There is a lot of hype around the Internet of Things. Different industry analysts imagine different numbers of connected devices by the end of this decade. Though, all predictions have a thing in common – the figures are staggering. In 5 years from now Cisco estimates 50 billion, while Morgan Stanley foresees this number as high as 75 billion of things ready to be connected. Can it be justified? Well, analyst’s job is to make predictions, while real adoption curves depend on us, consumers.
Can you guess how many devices are now connected? Earlier Cisco study estimated about 8.7 billion, which is roughly 1 device per every of the 8 billion people living on this planet. Given that today most IoT devices are smarter versions of their previously dumb cousins, for this number to ninefold we would need to replace a lot of existing equipment. And here is a problem – will people be willing to replace perfectly working hardware?
Connecting stuff to the Internet is valuable. It helps to save time, energy and it unlocks new features. Also it feels futuristic, most of us want to live in the future, right? This is where we thought different :). What if we could help people to upgrade their existing household appliances at a fraction of replacement cost?
To do so we made Push. The first in a series of Microbots that are exactly meant for this. Push is a wireless robotic finger that can push most ordinary buttons and switches just like a human finger does. While voice control is getting traction, normally we are used to interact with our household interfaces using our fingers – from light switches to knobs and buttons on our washing and espresso machines. Most smart devices are smart because they duplicate old good physical controls for remote access and automation. Push does the same. When it is mounted above a physical button, it makes it remotely pressable via the app. Then Prota OS does the rest.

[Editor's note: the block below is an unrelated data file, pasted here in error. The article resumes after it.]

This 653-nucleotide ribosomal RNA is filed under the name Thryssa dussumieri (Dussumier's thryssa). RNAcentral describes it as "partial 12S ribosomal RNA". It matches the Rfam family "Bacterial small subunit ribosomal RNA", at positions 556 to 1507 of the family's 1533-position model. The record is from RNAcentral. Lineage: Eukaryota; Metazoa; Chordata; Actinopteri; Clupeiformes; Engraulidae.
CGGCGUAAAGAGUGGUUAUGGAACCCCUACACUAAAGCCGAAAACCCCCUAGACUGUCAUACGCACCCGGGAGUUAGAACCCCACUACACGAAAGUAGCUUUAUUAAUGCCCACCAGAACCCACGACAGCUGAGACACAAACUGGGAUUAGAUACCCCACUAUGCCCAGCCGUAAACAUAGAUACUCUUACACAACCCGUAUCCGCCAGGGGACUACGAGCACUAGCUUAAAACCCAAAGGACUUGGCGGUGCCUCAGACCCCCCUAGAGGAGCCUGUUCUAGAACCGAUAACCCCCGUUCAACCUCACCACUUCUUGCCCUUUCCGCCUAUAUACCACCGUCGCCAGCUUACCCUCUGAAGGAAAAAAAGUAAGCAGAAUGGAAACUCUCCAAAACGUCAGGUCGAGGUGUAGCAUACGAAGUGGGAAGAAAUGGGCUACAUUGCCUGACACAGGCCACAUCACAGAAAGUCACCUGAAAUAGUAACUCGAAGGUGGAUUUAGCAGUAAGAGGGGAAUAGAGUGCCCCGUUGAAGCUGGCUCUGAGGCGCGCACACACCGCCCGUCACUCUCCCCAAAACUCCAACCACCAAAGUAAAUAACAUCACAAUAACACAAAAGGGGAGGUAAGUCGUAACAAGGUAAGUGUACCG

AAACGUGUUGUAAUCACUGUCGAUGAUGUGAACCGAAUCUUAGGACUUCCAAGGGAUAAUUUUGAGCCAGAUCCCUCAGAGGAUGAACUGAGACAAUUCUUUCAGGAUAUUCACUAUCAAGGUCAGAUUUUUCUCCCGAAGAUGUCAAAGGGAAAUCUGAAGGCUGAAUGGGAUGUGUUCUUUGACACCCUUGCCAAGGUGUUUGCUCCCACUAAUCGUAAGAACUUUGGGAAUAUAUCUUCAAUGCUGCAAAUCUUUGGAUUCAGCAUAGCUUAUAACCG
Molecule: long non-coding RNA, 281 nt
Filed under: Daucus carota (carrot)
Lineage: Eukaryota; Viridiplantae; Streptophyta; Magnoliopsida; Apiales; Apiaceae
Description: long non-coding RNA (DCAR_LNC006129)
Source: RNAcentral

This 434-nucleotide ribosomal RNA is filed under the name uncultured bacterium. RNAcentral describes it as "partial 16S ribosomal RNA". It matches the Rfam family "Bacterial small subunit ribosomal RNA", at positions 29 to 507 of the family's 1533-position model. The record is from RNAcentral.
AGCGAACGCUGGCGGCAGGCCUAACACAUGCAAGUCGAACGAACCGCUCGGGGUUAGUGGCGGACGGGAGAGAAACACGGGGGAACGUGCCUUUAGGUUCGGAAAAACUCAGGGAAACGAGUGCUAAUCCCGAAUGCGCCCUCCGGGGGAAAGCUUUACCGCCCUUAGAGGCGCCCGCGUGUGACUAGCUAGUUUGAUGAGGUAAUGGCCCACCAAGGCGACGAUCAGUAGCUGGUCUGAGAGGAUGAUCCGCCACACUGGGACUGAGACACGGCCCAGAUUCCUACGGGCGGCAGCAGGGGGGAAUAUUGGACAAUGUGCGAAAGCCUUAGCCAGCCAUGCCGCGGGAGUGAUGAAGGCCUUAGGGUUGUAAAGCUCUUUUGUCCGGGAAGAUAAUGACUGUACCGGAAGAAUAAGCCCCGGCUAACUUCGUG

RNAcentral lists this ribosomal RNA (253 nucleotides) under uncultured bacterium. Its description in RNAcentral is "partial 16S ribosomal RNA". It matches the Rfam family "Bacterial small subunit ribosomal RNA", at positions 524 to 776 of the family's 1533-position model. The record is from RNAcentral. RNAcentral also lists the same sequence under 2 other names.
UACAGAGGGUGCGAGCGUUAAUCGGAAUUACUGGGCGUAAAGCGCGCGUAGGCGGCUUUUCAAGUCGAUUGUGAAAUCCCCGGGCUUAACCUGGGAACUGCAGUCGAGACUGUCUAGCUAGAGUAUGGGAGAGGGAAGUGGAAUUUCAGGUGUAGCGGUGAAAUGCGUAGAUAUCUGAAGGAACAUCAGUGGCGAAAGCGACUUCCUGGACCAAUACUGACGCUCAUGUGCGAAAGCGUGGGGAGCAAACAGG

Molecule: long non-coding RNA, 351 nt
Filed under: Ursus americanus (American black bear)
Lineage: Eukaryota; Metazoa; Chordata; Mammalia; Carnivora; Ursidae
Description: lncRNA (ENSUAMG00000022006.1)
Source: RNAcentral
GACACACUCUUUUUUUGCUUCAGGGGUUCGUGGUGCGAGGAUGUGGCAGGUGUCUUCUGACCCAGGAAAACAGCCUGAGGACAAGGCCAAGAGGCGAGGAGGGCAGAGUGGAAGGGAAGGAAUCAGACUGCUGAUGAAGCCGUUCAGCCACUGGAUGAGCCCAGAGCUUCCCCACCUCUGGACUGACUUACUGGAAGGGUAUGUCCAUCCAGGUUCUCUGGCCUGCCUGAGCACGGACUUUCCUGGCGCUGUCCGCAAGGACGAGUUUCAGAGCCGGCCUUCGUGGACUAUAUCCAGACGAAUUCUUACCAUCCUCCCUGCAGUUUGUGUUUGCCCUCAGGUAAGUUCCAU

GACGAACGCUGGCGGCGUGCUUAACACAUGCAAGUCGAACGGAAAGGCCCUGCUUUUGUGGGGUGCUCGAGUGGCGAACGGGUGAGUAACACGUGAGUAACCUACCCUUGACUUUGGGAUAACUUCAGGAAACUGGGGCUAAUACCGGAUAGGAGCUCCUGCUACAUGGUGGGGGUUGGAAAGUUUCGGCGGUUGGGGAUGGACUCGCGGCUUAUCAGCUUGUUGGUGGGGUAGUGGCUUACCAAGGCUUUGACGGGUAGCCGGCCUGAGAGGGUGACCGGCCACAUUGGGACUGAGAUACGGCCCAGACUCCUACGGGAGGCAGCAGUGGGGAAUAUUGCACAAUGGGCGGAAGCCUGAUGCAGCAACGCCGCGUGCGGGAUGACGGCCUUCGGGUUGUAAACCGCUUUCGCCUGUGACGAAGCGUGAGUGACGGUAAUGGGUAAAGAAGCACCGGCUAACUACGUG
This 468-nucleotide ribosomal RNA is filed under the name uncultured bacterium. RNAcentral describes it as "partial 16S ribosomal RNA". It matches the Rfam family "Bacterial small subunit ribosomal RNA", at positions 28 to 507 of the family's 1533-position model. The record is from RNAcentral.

Apart from being always remotely accessible, users can program Push to press buttons automatically. It can be used to start an espresso maker in the morning or to start a washing machine at night, when the electricity cost is lowest. Additionally, the Internet can provide a lot of contextual data for Push. For example, this means you can instruct Push to turn off all of your electronic equipment if thunderstorm hits your area or many other things that require higher level of context.
Since pushing buttons is not the sole way of controlling one’s equipment, Push for us is just the beginning. We are exploring new Microbot designs and and we’d love to get our input. Feel free to comment or drop us a line.